As a social scientist, I think it is necessary to score Frank Press, president of the National Academy of Sciences, on his defense of "social scientists as real scientists" {Free for All, July 4}. Social scientists cannot be "real" scientists in the same sense as physical scientists.

Essentially, Press says that both social scientists and natural scientists use the scientific method "as a way of considering problems and viewing the world." "Science," he says, "is not a body of facts and theories." "Scientists observe phenomena, develop hypotheses, conduct experiments, analyze findings and generate knowledge." Press's view of the scientific method is incomplete in ways that are crucial to an understanding of the differences between the physical and the social sciences.

All phenomena in the physical universe are subject to possible empirical observation and verification. To generate scientific knowledge we must be able to observe and measure physical phenomena in controlled situations that are replicable by independent observers. It is a fundamental error to say that such knowledge of the physical universe does not consist of laws, theories, principles and concepts that are empirically verifiable or subject to change when empirical findings add to or contradict them.

To the extent that the laws or theories of physics are valid, they enable scientists to predict the future. The special and general theories of relativity continue to be verified by observers, and they enable scientists to predict, for example, how much energy will be released in an atomic explosion with a given element and how space travel will affect space voyagers. In effect, physical scientists are really dealing with a deterministic universe wherein light always travels at the same speed and water is always the end product of the combining of one atom of hydrogen and two atoms of oxygen. The world of physics as a body of knowledge would collapse if, for example, the speed of light were to vary in unpredictable ways.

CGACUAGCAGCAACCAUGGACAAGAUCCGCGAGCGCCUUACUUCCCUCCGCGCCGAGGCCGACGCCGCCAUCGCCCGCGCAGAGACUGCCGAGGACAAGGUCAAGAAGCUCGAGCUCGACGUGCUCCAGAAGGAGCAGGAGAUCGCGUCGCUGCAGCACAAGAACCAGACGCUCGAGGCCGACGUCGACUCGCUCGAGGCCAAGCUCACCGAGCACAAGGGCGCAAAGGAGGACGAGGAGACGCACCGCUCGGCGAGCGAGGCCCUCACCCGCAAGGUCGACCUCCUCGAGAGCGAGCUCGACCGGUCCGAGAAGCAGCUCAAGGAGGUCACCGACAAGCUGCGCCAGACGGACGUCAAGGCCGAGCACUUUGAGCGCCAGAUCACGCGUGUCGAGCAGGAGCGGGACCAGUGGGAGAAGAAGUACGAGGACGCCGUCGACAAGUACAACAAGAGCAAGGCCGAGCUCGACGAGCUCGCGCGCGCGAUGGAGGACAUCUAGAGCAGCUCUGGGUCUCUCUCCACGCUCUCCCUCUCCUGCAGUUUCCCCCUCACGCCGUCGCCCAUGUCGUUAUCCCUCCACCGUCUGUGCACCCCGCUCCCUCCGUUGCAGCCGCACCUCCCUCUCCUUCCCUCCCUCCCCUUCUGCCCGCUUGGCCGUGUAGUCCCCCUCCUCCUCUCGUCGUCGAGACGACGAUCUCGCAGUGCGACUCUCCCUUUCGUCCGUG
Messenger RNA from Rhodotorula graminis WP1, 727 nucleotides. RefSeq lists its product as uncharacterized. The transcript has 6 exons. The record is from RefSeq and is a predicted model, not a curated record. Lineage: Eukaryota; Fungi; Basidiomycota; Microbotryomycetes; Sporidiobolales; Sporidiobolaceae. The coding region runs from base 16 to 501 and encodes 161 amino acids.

Such is not the case in the social sciences. There are many phenomena in the social sciences that are subject to empirical observation and measurement. In politics, votes can be counted; in economics, incomes can be measured; and in sociology the demographic characteristics of the population can be described and measured. These measurements can rarely be made with the same precision as in the physical sciences, but statistical concepts enable us to get a handle on the degree of accuracy or inaccuracy in a given series of measurements.

But the most unbridgeable gap between the physical and social sciences appears in their respective abilities to predict the future. The social sciences have little or no ability to do so simply because they are not dealing with a deterministic environment. Human beings have free will and can choose to repeat their behavior in a given situation, modify it or abandon it. Human beings also have values and goals that give meaning to their lives and influence their behavior. Social scientists are simply unable to cope with goals and values in any scientifically predictable way. Nor can they use scientific method to determine which goals or values are better or worse. These are crucial elements in the social science universe.

None of this makes physical scientists superior to social scientists. But given this unbridgeable gulf between them, Press ought to heed the advice of his "hard" scientists and propose that the academy restrict all future appointments to representatives of the physical and natural sciences, whose laws and theories have predictable outcomes. Certainly the academy ought to get out of the business of sponsoring and funding all social science research that has as its goal policy advice to governmental agencies and the public at large. A continuation of that policy would only continue to debase the coin of the academy, which basically is to stimulate and reward distinguished achievement in the "real" sciences. -- Robert J. Pitchell